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    Thousands rally in new Greece protests over train crash | Protests News

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    Thousands of people have rallied in central Athens to protest over Greece’s deadliest rail disaster, which killed dozens of people last month.

    The demonstrators expressed anger over safety deficiencies in Greece’s railway network and demanded punishment for those responsible for the head-on collision between a passenger train and a freight train that killed 57 people on February 28. Police said that more than 8,000 people in Athens gathered outside Parliament to protest on Sunday.

    Protesters flooded Athens’s Syntagma Square, waving banners that read “We won’t forget, we won’t forgive” and “We will become the voice of all the dead”.

    “It was anger and rage that brought me here,” Markella, a 65-year-old Athens protester who gave only one name, told the AFP news agency.

    Another demonstrator, 26-year-old Alexandros, added: “We’re getting desperate. You don’t know what to say, what to do – all you can do is join the protest.”

    The protesters later marched to the offices of privatised train operator Hellenic Train. The company, which has been owned by Italy’s Ferrovie dello Stato Italiane since 2017, isn’t responsible for the maintenance of the railway network. State-owned Hellenic Railways is in charge of upkeep.

    Reporting from Athens, Al Jazeera’s John Psaropoulos said “the message on the street today … was one of scepticism and confrontation towards the government”.

    Authorities shut down four metro stations on two lines running through central Athens because of the protest.

    Protesters hold banners during a demonstration in front of the parliament building, following the fatal collision of two trains, in Athens, Greece, March 12, 2023. The banners read "They were students. The wagon sank with students' blood". REUTERS/Louiza Vradi
    Protesters hold banners in Athens, Greece reading: ‘They were students. The wagon sank with students’ blood’ [Louiza Vradi/Reuters]

    The rally was organised by civil servants, a pro-communist union and university students.

    In Thessaloniki, Greece’s second-largest city, about 5,000 people demonstrated.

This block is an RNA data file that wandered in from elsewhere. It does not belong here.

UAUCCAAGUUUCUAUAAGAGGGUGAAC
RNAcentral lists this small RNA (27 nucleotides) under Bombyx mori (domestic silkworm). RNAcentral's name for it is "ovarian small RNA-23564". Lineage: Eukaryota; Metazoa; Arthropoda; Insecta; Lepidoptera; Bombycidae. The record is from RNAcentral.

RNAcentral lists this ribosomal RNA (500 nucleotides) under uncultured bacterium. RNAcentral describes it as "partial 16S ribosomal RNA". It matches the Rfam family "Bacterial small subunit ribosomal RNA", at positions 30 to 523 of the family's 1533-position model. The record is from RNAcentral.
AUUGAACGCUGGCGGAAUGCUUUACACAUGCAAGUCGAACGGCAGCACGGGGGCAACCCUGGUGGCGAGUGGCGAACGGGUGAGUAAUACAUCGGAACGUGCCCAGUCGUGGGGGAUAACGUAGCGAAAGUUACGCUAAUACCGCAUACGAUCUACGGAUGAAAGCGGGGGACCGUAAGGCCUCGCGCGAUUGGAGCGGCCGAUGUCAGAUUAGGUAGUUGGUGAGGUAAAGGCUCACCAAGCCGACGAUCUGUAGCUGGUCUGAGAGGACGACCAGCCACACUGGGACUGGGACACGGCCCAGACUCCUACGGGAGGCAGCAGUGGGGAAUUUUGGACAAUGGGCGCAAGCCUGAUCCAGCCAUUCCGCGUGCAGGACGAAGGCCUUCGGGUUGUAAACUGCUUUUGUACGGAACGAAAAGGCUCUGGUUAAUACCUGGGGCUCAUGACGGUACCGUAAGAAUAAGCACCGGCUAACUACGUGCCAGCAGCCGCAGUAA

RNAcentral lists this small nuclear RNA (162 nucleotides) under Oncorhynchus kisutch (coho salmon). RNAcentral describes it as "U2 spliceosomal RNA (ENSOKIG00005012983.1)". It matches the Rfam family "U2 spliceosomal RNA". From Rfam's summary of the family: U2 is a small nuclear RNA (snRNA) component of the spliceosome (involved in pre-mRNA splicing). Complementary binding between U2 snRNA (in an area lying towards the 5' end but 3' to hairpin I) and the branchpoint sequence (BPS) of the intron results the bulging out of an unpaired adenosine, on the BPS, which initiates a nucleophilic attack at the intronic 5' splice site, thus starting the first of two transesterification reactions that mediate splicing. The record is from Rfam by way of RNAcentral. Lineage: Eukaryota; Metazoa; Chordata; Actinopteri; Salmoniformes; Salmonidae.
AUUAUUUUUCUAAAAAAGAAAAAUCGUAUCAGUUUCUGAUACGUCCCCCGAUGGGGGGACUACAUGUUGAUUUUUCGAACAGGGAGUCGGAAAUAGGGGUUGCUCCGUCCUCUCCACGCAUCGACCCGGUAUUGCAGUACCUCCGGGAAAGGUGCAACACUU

Sunday’s rallies, which passed off without serious incident, weren’t as well-attended as similar events earlier in the week, when more than 30,000 had turned out in Athens and more than 20,000 in Thessaloniki.

    A memorial service was conducted for 12 students of the Aristotle University of Thessaloniki, Greece’s largest university, who were killed in the train crash.

    A stationmaster accused of placing the trains on the same track has been charged with negligent homicide and other offences, and the country’s transportation minister and senior railway officials resigned the day after the crash.

    Public and private sector employees are expected to walk out again on Thursday.

    ‘Facetious’ reactions

    Revelations of serious safety gaps on Greece’s busiest rail line have put the centre-right government of Prime Minister Kyriakos Mitsotakis on the defensive. He has pledged the government’s full cooperation with a judicial inquiry into the crash.

    Mitsotakis, who is fighting to be re-elected later this year, has faced calls from some protesters to quit.

    He has come under fire for initially pointing to “human error” for the accident, and blaming the stationmaster on duty at the time, who allegedly routed the trains onto the same stretch of track by accident.

    But railway unions had long been warning about problems on the creaking, understaffed train network.

    Al Jazeera’s Psaropoulos said the government “has been bending over backwards to appease public opinion.

    “Just two days ago, the government announced that it would pay for national pensions equivalent to roughly $1,800 per family for each of those 57 people killed,” he said.

    “The government is trying to reassure people that by the end of the month when railways start operating again – at least that is the government plan – all precautions will have been taken to have full staffing and properly trained staff on platforms and on trains.

    “By the end of the summer, the prime minister has promised he’s going to have all those automated safety systems that didn’t work on the night of February 28, installed throughout the system – automatic signalling, automatic breaking and telemetry showing controllers where trains are and headed at all times.”

    Elections in Greece are due later this spring, and opinion polls released over the past week have shown the ruling conservatives’ lead over the left-wing opposition shrink almost by half compared with polls published before the crash.



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